and bleeding shiners (Luxilus zonatus).
We also found two species of Fundulus killifish: the black spot top minnow (F. olivaceus)
and the northern studfish (F. cantanatus)
Banded sculpin were very common (Cottus carolinae).
Unfortunately, we disturbed a madtom catfish nest, but did not catch the catfish. Here is a picture of the eggs. They were hard like a cory cat egg, and very well attached to the underside of this rock. Mike Hellweg (my host for the trip) took them home to try to hatch them. If anyone can do that, it will be Mike!
We also collected fish in the Meremac River itself, but the water was cloudy and filming poor. Maybe next time!
This video shows a pair of Apistogramma defending their spawning site from their own reflections in a mirror. I use ‘mirror therapy’ to keep cichlid pairs bonded, especially pairs that I do not have extra fish of the same species for. I am convinced that an individual in a pair kept in a tank without tank mates has the potential to go nuts and start seeing its mate as a threat. I usually keep extra fish in with the pair as targets, but it that is not possible a session with the mirror once a week seems to reset their bond.
Ray is a long-time hobbyist living in Liverpool, England. Matthew and I had the privilege of staying with Ray for a few days while over in England last Fall for a British Cichlid Association event. Ray is an great tour guide. He know where all the good beer is! His fish room is impressive. I say ‘fish room’, but his hobby spreads throughout his house. Ray’s passion is really whatever captures his interest, but he has a lot of interest in South American dwarf cichlids. Take a look….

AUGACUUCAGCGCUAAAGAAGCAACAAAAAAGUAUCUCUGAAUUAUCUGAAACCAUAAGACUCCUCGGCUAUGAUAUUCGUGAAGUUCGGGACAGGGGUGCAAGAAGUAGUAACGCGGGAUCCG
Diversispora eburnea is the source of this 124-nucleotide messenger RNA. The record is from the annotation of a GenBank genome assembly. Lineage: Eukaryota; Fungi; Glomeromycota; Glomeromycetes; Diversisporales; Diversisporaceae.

I recently imported a lot of dwarf cichlids from the Czech Republic, and the fish in this video was sold as sp. ‘Abacaxis’, which it most certainly is not! What is it? I have not been able to nail it down with the key in the Mergus atlas. I think it may be caetei or regani, but those are not quite right either. If you know, please tell me!
There are many factors that you need to consider when planning a new fish room, but one of the first is to decide what size tanks are needed and a lay out for the racks (at least a rough layout… the final result rarely fits exactly). The numbers and sizes of the tanks will define the racks, which in turn will guide the layout. The other systems are dependent upon that. Think of the aquariums and racks as the functional skeleton of the fish room. It is the framework around which the rest of the room will be built. Here is a video about the tank sizes I used, the racks I built for them and how they are laid out in the room to make use of space.
T. ruweti is a small, true Tilapia found in the far southeastern sections of the Congo River basin. It is famous as being the cichlid found in the Okvangu delta, a very unique habitat where the Zambezi River literally empties into a desert, creating an incredible oasis. Unfortunately, that aqua-oasis comes close to completely drying out every dry season, and if that were to happen the population of T. ruweti in that delta could disappear. That is why the fish is a priority species in the C.A.R.E.S. Preservation Program.
This diminutive cichlid is also one of the most well-suited Tilapines for a small aquarium. Adults rarely grow larger than 3″, and they are not overly aggressive, even when spawning. Breeding reports are few for this species. The trio I am working with act like they want to spawn, but so far… no luck. Hopefully soon….
Here we go… it has not been a secret that I had to tear down my old fish room and build a new one, but I have not been posting much specifically about the new space. This is the first video in the New Fish Room series. Enjoy…